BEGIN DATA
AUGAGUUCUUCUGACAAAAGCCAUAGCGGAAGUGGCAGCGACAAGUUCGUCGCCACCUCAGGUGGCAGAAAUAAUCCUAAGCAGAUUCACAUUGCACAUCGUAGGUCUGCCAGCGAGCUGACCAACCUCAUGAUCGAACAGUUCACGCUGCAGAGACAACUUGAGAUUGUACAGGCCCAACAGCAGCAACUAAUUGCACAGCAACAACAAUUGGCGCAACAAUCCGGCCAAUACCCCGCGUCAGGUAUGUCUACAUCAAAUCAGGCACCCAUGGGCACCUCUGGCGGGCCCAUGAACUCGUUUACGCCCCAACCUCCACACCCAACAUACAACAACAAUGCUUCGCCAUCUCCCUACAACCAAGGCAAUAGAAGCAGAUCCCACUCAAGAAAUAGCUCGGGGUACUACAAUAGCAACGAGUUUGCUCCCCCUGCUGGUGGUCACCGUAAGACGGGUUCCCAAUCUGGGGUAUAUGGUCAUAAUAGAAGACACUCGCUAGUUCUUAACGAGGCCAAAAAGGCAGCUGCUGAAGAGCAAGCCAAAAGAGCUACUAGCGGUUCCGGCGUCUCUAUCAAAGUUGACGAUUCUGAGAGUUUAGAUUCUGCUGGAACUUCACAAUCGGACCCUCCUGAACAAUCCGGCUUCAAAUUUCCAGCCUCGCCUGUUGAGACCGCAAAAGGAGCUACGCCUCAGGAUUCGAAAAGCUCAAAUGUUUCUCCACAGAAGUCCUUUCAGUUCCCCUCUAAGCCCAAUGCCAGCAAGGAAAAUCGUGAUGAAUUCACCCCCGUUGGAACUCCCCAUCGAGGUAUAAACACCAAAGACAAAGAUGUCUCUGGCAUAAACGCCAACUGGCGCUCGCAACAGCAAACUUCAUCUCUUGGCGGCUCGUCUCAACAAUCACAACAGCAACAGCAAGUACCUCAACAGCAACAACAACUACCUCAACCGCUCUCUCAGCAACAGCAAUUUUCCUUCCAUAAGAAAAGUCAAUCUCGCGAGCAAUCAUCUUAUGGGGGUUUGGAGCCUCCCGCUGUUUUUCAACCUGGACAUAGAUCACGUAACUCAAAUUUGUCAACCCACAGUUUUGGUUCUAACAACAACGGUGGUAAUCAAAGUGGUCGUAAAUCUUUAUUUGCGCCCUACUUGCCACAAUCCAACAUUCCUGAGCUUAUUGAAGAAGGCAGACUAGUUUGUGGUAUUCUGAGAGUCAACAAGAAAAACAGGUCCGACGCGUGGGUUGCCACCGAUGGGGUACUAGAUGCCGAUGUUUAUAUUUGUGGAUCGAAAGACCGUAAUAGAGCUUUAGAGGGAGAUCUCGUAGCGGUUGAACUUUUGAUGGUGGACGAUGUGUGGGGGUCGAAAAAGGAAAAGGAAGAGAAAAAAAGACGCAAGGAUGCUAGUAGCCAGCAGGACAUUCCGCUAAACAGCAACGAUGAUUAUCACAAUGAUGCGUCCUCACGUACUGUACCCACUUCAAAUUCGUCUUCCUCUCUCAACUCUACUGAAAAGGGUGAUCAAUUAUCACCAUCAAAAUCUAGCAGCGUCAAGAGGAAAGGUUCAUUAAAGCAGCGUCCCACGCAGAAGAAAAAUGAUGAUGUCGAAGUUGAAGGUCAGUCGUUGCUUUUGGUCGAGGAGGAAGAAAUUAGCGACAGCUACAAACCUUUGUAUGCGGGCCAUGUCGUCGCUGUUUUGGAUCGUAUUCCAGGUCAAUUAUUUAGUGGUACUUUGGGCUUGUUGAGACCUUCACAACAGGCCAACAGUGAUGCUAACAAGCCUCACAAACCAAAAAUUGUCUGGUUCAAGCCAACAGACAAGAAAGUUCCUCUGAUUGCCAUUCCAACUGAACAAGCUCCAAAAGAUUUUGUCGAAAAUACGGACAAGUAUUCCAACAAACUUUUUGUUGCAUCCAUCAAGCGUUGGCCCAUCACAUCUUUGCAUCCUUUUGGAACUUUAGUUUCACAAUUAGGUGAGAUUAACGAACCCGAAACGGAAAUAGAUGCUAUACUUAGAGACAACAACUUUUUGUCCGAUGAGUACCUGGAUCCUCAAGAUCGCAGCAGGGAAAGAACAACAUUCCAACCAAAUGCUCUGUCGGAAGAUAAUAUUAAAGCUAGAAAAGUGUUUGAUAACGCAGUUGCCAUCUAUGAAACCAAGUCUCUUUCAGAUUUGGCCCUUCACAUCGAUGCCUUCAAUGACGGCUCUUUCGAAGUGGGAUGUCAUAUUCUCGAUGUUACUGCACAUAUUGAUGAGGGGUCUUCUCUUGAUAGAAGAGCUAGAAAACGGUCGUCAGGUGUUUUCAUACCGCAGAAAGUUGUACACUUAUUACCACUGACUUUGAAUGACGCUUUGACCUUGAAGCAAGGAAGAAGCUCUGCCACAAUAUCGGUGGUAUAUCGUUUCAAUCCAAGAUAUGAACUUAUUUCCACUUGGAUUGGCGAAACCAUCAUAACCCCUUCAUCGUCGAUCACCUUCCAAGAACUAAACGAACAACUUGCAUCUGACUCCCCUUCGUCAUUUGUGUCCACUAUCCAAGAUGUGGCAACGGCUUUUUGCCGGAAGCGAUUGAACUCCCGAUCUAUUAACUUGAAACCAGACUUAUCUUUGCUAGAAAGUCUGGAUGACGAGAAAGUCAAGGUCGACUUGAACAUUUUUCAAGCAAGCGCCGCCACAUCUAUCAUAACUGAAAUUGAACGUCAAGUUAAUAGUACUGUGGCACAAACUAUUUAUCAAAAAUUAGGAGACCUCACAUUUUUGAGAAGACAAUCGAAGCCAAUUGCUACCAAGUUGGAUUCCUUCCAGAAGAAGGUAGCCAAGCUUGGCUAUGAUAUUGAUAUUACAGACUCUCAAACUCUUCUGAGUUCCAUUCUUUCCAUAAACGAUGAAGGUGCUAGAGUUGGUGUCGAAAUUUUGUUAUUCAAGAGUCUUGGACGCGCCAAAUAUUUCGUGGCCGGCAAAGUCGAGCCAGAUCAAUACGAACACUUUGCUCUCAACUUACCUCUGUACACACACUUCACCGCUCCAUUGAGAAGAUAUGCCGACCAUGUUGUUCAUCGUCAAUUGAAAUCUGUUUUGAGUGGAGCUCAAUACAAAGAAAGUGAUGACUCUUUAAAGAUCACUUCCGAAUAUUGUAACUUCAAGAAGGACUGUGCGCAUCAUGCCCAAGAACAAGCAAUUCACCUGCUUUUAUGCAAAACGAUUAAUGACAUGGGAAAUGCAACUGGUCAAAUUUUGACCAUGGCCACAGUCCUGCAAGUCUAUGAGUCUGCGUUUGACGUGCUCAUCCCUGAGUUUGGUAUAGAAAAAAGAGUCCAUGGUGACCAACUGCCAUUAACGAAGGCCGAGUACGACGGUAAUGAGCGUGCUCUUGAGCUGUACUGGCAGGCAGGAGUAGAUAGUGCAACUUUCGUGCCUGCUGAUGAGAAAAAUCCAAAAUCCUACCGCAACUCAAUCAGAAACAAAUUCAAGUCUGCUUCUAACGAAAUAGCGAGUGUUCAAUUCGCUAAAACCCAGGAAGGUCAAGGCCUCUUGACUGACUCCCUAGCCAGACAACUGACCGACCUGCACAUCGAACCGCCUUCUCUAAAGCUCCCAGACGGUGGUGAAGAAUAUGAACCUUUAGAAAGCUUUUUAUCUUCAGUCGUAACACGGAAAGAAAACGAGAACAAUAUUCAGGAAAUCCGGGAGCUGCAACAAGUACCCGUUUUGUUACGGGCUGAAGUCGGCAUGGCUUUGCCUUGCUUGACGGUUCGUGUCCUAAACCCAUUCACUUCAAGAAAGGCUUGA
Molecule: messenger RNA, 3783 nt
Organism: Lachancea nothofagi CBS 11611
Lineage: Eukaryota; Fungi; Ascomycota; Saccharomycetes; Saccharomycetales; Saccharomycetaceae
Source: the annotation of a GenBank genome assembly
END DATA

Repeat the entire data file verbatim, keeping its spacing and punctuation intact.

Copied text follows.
AUGAGUUCUUCUGACAAAAGCCAUAGCGGAAGUGGCAGCGACAAGUUCGUCGCCACCUCAGGUGGCAGAAAUAAUCCUAAGCAGAUUCACAUUGCACAUCGUAGGUCUGCCAGCGAGCUGACCAACCUCAUGAUCGAACAGUUCACGCUGCAGAGACAACUUGAGAUUGUACAGGCCCAACAGCAGCAACUAAUUGCACAGCAACAACAAUUGGCGCAACAAUCCGGCCAAUACCCCGCGUCAGGUAUGUCUACAUCAAAUCAGGCACCCAUGGGCACCUCUGGCGGGCCCAUGAACUCGUUUACGCCCCAACCUCCACACCCAACAUACAACAACAAUGCUUCGCCAUCUCCCUACAACCAAGGCAAUAGAAGCAGAUCCCACUCAAGAAAUAGCUCGGGGUACUACAAUAGCAACGAGUUUGCUCCCCCUGCUGGUGGUCACCGUAAGACGGGUUCCCAAUCUGGGGUAUAUGGUCAUAAUAGAAGACACUCGCUAGUUCUUAACGAGGCCAAAAAGGCAGCUGCUGAAGAGCAAGCCAAAAGAGCUACUAGCGGUUCCGGCGUCUCUAUCAAAGUUGACGAUUCUGAGAGUUUAGAUUCUGCUGGAACUUCACAAUCGGACCCUCCUGAACAAUCCGGCUUCAAAUUUCCAGCCUCGCCUGUUGAGACCGCAAAAGGAGCUACGCCUCAGGAUUCGAAAAGCUCAAAUGUUUCUCCACAGAAGUCCUUUCAGUUCCCCUCUAAGCCCAAUGCCAGCAAGGAAAAUCGUGAUGAAUUCACCCCCGUUGGAACUCCCCAUCGAGGUAUAAACACCAAAGACAAAGAUGUCUCUGGCAUAAACGCCAACUGGCGCUCGCAACAGCAAACUUCAUCUCUUGGCGGCUCGUCUCAACAAUCACAACAGCAACAGCAAGUACCUCAACAGCAACAACAACUACCUCAACCGCUCUCUCAGCAACAGCAAUUUUCCUUCCAUAAGAAAAGUCAAUCUCGCGAGCAAUCAUCUUAUGGGGGUUUGGAGCCUCCCGCUGUUUUUCAACCUGGACAUAGAUCACGUAACUCAAAUUUGUCAACCCACAGUUUUGGUUCUAACAACAACGGUGGUAAUCAAAGUGGUCGUAAAUCUUUAUUUGCGCCCUACUUGCCACAAUCCAACAUUCCUGAGCUUAUUGAAGAAGGCAGACUAGUUUGUGGUAUUCUGAGAGUCAACAAGAAAAACAGGUCCGACGCGUGGGUUGCCACCGAUGGGGUACUAGAUGCCGAUGUUUAUAUUUGUGGAUCGAAAGACCGUAAUAGAGCUUUAGAGGGAGAUCUCGUAGCGGUUGAACUUUUGAUGGUGGACGAUGUGUGGGGGUCGAAAAAGGAAAAGGAAGAGAAAAAAAGACGCAAGGAUGCUAGUAGCCAGCAGGACAUUCCGCUAAACAGCAACGAUGAUUAUCACAAUGAUGCGUCCUCACGUACUGUACCCACUUCAAAUUCGUCUUCCUCUCUCAACUCUACUGAAAAGGGUGAUCAAUUAUCACCAUCAAAAUCUAGCAGCGUCAAGAGGAAAGGUUCAUUAAAGCAGCGUCCCACGCAGAAGAAAAAUGAUGAUGUCGAAGUUGAAGGUCAGUCGUUGCUUUUGGUCGAGGAGGAAGAAAUUAGCGACAGCUACAAACCUUUGUAUGCGGGCCAUGUCGUCGCUGUUUUGGAUCGUAUUCCAGGUCAAUUAUUUAGUGGUACUUUGGGCUUGUUGAGACCUUCACAACAGGCCAACAGUGAUGCUAACAAGCCUCACAAACCAAAAAUUGUCUGGUUCAAGCCAACAGACAAGAAAGUUCCUCUGAUUGCCAUUCCAACUGAACAAGCUCCAAAAGAUUUUGUCGAAAAUACGGACAAGUAUUCCAACAAACUUUUUGUUGCAUCCAUCAAGCGUUGGCCCAUCACAUCUUUGCAUCCUUUUGGAACUUUAGUUUCACAAUUAGGUGAGAUUAACGAACCCGAAACGGAAAUAGAUGCUAUACUUAGAGACAACAACUUUUUGUCCGAUGAGUACCUGGAUCCUCAAGAUCGCAGCAGGGAAAGAACAACAUUCCAACCAAAUGCUCUGUCGGAAGAUAAUAUUAAAGCUAGAAAAGUGUUUGAUAACGCAGUUGCCAUCUAUGAAACCAAGUCUCUUUCAGAUUUGGCCCUUCACAUCGAUGCCUUCAAUGACGGCUCUUUCGAAGUGGGAUGUCAUAUUCUCGAUGUUACUGCACAUAUUGAUGAGGGGUCUUCUCUUGAUAGAAGAGCUAGAAAACGGUCGUCAGGUGUUUUCAUACCGCAGAAAGUUGUACACUUAUUACCACUGACUUUGAAUGACGCUUUGACCUUGAAGCAAGGAAGAAGCUCUGCCACAAUAUCGGUGGUAUAUCGUUUCAAUCCAAGAUAUGAACUUAUUUCCACUUGGAUUGGCGAAACCAUCAUAACCCCUUCAUCGUCGAUCACCUUCCAAGAACUAAACGAACAACUUGCAUCUGACUCCCCUUCGUCAUUUGUGUCCACUAUCCAAGAUGUGGCAACGGCUUUUUGCCGGAAGCGAUUGAACUCCCGAUCUAUUAACUUGAAACCAGACUUAUCUUUGCUAGAAAGUCUGGAUGACGAGAAAGUCAAGGUCGACUUGAACAUUUUUCAAGCAAGCGCCGCCACAUCUAUCAUAACUGAAAUUGAACGUCAAGUUAAUAGUACUGUGGCACAAACUAUUUAUCAAAAAUUAGGAGACCUCACAUUUUUGAGAAGACAAUCGAAGCCAAUUGCUACCAAGUUGGAUUCCUUCCAGAAGAAGGUAGCCAAGCUUGGCUAUGAUAUUGAUAUUACAGACUCUCAAACUCUUCUGAGUUCCAUUCUUUCCAUAAACGAUGAAGGUGCUAGAGUUGGUGUCGAAAUUUUGUUAUUCAAGAGUCUUGGACGCGCCAAAUAUUUCGUGGCCGGCAAAGUCGAGCCAGAUCAAUACGAACACUUUGCUCUCAACUUACCUCUGUACACACACUUCACCGCUCCAUUGAGAAGAUAUGCCGACCAUGUUGUUCAUCGUCAAUUGAAAUCUGUUUUGAGUGGAGCUCAAUACAAAGAAAGUGAUGACUCUUUAAAGAUCACUUCCGAAUAUUGUAACUUCAAGAAGGACUGUGCGCAUCAUGCCCAAGAACAAGCAAUUCACCUGCUUUUAUGCAAAACGAUUAAUGACAUGGGAAAUGCAACUGGUCAAAUUUUGACCAUGGCCACAGUCCUGCAAGUCUAUGAGUCUGCGUUUGACGUGCUCAUCCCUGAGUUUGGUAUAGAAAAAAGAGUCCAUGGUGACCAACUGCCAUUAACGAAGGCCGAGUACGACGGUAAUGAGCGUGCUCUUGAGCUGUACUGGCAGGCAGGAGUAGAUAGUGCAACUUUCGUGCCUGCUGAUGAGAAAAAUCCAAAAUCCUACCGCAACUCAAUCAGAAACAAAUUCAAGUCUGCUUCUAACGAAAUAGCGAGUGUUCAAUUCGCUAAAACCCAGGAAGGUCAAGGCCUCUUGACUGACUCCCUAGCCAGACAACUGACCGACCUGCACAUCGAACCGCCUUCUCUAAAGCUCCCAGACGGUGGUGAAGAAUAUGAACCUUUAGAAAGCUUUUUAUCUUCAGUCGUAACACGGAAAGAAAACGAGAACAAUAUUCAGGAAAUCCGGGAGCUGCAACAAGUACCCGUUUUGUUACGGGCUGAAGUCGGCAUGGCUUUGCCUUGCUUGACGGUUCGUGUCCUAAACCCAUUCACUUCAAGAAAGGCUUGA
Molecule: messenger RNA, 3783 nt
Organism: Lachancea nothofagi CBS 11611
Lineage: Eukaryota; Fungi; Ascomycota; Saccharomycetes; Saccharomycetales; Saccharomycetaceae
Source: the annotation of a GenBank genome assembly